So try it:

> ASSIGNMENT: Analyze your master list of stories. What does the list say about the stories, themes and characters that most appeal to you?

- Alex

Via: Alexandra Sokoloff


Whatever It Is, Blame Obama

By JD Rhoades
The Pilot Newspaper: Opinion

The recent spate of stories coming out of the NFL regarding domestic violence, child abuse and other nastiness on the home front has led to a great deal of soul-searching and debate across this country.

What is the cause of all of this? Does our culture’s adoration of professional athletes lead them to believe they can get away with anything? Is it a symptom of some deeper societal problem?
To the right wing, however, the answer is clear, as it always is when the question “Who or what should we be angry at for this?” is raised. That answer is: President Barack Obama.
Fox News-harpy Andrea Tantaros, for example, leapt right to the attack after the now-infamous tape surfaced showing Ray Rice punching his then-fiancee’s lights out.
“I wanna know, where is the president on this one?” fumed Tantaros from inside the cloud of peevishness that enshrouds her at all times. “My question is, and not to bring it back to politics, but this is a White House that seems to bring up a ‘war on women’ every other week.”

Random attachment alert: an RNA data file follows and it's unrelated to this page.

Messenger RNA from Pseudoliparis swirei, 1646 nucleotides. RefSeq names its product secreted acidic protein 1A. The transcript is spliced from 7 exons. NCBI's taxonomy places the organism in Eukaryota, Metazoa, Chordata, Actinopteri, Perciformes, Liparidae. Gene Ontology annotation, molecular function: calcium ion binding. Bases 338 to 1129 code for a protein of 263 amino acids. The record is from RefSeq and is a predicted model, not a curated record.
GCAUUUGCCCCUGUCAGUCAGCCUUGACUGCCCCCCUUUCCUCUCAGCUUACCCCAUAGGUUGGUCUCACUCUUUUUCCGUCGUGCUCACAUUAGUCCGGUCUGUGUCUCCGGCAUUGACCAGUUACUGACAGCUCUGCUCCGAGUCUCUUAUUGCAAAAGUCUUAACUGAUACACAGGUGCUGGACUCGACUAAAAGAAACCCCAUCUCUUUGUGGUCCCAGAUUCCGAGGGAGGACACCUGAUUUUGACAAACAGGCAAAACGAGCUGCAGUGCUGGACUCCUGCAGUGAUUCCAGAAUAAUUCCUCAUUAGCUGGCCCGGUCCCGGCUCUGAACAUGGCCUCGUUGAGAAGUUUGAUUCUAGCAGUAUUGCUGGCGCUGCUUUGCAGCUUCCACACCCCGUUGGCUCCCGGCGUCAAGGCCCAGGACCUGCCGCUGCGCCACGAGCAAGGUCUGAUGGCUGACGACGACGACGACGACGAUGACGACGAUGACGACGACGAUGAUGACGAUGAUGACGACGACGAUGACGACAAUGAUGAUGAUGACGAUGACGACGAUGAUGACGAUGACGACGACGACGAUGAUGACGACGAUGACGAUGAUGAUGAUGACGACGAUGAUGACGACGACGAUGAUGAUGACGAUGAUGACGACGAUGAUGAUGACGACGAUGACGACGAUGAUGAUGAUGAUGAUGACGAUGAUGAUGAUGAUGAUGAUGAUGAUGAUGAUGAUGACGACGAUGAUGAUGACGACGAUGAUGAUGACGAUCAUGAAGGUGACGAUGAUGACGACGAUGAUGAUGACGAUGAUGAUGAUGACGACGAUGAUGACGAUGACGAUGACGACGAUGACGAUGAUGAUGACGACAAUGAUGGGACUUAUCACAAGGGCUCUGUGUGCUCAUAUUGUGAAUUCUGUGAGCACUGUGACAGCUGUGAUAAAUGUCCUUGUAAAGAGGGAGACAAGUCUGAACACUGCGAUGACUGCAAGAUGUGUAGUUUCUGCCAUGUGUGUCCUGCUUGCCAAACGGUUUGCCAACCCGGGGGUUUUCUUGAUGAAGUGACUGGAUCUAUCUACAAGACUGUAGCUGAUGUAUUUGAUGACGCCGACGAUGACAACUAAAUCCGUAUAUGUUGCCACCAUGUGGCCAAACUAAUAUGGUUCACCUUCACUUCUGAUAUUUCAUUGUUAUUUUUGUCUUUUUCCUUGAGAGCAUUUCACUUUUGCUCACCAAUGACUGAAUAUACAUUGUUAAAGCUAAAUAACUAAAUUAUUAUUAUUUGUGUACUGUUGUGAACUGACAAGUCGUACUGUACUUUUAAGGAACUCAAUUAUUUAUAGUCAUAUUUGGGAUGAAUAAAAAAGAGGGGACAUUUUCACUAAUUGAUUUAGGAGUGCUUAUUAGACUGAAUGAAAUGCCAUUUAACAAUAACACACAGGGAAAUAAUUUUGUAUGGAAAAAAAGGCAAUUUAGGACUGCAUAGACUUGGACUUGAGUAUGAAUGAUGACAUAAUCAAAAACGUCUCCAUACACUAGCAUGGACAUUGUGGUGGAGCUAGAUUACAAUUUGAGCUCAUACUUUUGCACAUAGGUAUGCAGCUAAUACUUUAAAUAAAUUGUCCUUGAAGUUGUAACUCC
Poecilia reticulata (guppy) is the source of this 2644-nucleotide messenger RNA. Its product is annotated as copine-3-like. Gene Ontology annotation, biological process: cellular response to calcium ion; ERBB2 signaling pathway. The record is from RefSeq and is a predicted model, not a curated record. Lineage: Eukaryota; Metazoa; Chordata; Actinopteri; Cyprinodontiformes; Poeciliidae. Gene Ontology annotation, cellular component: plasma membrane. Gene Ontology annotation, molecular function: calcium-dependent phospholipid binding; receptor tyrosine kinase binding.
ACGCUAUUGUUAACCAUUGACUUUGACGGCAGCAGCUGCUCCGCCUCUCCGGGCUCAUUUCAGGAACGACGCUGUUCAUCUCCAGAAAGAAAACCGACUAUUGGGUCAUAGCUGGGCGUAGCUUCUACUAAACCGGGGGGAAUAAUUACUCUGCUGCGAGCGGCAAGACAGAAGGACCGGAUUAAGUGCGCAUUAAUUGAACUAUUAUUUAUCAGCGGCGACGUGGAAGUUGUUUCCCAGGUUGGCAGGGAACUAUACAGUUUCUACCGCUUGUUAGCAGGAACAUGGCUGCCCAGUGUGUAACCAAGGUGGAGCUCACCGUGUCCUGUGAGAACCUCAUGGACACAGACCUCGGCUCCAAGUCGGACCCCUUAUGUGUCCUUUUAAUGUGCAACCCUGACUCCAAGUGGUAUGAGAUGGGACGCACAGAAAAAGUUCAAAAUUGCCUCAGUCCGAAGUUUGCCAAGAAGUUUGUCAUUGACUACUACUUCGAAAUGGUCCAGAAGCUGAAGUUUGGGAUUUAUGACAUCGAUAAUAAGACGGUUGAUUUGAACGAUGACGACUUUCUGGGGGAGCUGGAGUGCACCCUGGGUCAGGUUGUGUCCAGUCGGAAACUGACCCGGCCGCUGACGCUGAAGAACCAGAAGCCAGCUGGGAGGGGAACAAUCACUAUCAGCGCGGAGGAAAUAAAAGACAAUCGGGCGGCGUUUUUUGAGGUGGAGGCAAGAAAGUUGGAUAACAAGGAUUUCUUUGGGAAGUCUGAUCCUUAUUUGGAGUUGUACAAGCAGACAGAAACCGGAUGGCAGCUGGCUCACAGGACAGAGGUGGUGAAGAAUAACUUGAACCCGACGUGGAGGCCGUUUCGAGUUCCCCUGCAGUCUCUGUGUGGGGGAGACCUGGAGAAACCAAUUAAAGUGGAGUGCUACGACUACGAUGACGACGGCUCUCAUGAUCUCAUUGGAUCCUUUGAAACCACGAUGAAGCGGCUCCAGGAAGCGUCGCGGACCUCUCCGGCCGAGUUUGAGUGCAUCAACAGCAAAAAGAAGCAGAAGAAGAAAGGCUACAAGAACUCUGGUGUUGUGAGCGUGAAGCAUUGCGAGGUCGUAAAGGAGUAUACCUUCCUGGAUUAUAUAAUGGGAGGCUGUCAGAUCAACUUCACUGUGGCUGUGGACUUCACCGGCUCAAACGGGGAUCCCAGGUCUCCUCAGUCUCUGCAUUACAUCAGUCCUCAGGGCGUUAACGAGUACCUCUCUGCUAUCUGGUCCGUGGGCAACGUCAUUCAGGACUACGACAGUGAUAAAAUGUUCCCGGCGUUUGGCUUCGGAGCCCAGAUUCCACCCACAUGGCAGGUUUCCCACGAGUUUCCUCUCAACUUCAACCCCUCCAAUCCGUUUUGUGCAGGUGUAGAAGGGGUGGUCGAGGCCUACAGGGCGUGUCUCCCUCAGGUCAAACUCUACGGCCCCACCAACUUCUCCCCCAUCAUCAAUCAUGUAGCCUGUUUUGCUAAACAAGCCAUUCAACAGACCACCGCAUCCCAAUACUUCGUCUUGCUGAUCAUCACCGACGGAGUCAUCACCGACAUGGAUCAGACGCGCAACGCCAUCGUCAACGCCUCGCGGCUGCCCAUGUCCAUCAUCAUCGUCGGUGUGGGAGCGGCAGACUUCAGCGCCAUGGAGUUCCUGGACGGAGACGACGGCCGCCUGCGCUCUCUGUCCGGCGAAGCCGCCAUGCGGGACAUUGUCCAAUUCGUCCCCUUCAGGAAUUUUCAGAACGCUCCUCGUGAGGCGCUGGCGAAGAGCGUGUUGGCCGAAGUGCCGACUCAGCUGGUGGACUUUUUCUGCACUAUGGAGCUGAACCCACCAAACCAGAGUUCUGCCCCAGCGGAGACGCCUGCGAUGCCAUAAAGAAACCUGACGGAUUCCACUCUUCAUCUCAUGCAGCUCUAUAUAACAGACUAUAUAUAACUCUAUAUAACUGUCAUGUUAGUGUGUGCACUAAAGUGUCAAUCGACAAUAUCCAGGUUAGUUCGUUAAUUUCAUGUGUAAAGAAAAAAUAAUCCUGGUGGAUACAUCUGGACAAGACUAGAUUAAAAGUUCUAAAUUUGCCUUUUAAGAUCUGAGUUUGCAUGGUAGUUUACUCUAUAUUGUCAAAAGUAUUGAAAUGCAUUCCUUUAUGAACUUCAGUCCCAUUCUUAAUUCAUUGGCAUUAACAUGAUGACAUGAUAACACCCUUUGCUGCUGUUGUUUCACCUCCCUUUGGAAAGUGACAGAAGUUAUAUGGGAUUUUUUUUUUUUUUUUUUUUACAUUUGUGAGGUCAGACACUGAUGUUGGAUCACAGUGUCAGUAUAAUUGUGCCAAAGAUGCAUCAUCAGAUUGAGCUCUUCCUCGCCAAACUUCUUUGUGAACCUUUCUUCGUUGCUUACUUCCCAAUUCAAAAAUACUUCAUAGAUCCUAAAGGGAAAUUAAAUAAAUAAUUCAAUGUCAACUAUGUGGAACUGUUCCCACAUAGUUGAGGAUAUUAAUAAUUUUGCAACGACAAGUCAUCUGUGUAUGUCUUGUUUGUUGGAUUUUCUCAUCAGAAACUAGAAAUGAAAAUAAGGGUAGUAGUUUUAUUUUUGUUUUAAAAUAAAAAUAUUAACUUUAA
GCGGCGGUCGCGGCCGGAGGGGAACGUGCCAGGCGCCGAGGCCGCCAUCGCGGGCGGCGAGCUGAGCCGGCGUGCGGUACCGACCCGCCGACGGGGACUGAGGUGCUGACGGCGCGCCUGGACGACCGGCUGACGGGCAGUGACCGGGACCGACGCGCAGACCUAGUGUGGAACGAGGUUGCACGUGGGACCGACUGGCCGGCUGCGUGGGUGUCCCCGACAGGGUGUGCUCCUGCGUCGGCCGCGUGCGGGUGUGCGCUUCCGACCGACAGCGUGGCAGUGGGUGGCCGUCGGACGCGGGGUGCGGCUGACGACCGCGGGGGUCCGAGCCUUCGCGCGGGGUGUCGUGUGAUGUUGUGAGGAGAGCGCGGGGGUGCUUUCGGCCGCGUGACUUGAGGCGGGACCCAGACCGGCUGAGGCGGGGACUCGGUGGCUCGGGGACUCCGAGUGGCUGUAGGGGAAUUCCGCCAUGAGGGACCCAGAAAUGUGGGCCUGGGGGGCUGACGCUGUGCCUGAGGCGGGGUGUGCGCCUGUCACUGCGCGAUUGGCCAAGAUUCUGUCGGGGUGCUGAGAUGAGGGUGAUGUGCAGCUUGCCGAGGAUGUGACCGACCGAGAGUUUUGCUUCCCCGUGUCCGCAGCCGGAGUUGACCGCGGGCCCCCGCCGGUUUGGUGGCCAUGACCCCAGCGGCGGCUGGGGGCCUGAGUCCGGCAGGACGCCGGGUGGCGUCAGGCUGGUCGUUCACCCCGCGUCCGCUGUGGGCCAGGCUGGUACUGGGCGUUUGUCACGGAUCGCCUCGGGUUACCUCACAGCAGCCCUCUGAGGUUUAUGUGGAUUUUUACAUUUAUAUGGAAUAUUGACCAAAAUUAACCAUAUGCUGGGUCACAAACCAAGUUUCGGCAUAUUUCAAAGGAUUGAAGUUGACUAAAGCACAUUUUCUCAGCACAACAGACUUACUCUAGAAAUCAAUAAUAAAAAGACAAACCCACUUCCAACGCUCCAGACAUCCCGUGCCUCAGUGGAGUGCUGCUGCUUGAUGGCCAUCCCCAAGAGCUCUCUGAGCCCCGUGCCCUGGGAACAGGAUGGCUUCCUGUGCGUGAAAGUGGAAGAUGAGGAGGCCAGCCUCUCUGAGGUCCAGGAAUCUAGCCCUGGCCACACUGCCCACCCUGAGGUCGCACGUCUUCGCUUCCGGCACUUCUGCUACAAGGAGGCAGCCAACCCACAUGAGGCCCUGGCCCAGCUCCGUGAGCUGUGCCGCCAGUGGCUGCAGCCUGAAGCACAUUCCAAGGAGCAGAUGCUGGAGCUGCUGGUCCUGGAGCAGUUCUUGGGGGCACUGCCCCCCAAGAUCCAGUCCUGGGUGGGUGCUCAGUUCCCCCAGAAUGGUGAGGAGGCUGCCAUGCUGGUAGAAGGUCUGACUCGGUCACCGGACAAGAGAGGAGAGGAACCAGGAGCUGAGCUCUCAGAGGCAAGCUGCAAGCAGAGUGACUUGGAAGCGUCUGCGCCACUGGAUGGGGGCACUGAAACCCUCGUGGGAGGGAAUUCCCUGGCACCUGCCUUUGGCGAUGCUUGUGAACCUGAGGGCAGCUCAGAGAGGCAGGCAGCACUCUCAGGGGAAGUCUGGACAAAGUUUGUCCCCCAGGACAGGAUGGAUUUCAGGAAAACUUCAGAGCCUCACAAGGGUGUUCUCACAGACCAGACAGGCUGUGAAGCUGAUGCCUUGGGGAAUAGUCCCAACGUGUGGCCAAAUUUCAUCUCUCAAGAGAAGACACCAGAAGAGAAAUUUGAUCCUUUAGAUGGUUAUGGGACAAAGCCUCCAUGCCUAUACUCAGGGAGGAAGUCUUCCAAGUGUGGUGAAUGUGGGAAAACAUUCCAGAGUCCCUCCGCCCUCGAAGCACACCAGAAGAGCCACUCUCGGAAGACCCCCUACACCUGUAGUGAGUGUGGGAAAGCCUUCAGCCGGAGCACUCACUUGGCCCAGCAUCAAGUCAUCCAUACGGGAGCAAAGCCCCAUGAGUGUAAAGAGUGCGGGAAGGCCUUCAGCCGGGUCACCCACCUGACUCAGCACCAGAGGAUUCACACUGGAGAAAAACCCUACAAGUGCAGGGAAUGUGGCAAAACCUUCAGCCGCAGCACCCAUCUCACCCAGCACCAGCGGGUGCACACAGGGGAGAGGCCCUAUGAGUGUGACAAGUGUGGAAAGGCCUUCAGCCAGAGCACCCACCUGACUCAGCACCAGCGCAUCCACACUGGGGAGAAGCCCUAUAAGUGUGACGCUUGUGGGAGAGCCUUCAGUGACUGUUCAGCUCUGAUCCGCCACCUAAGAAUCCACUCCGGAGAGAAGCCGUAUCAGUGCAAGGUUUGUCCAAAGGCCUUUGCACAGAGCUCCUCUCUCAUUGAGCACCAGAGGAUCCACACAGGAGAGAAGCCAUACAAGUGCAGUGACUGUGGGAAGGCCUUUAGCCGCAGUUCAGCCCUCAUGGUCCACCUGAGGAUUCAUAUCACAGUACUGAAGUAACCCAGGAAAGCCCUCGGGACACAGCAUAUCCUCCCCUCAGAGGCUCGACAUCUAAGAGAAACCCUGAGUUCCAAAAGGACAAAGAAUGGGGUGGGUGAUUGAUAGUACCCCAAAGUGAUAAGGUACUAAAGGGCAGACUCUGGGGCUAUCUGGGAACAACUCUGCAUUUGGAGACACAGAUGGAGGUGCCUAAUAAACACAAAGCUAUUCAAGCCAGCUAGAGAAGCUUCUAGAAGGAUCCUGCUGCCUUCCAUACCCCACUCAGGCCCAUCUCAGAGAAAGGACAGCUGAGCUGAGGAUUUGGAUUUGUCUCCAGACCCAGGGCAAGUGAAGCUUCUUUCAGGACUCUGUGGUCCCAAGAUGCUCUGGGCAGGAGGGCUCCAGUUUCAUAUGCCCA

Yeah, Andrea. We certainly wouldn’t want to bring it back to politics.
Meanwhile, washed-up actor Kevin Sorbo (of “Hercules” and “Andromeda” fame) tried to kick-start his new career as a right-wing wacko celeb (a la Ted Nugent, Adam Baldwin and Kirk Cameron) by going on Fox and parroting the same line.
“There’s no accountability in the White House with Benghazi, the IRS and all that kind of stuff,” he explained. “How do we expect to have accountability with something like a professional football team?”
The National Review’s Jim Geraghty went even further. He blamed not only the NFL’s failure to act promptly on the Rice scandal, but a laundry list of other bad things, on “The Obama Era of American Leadership.”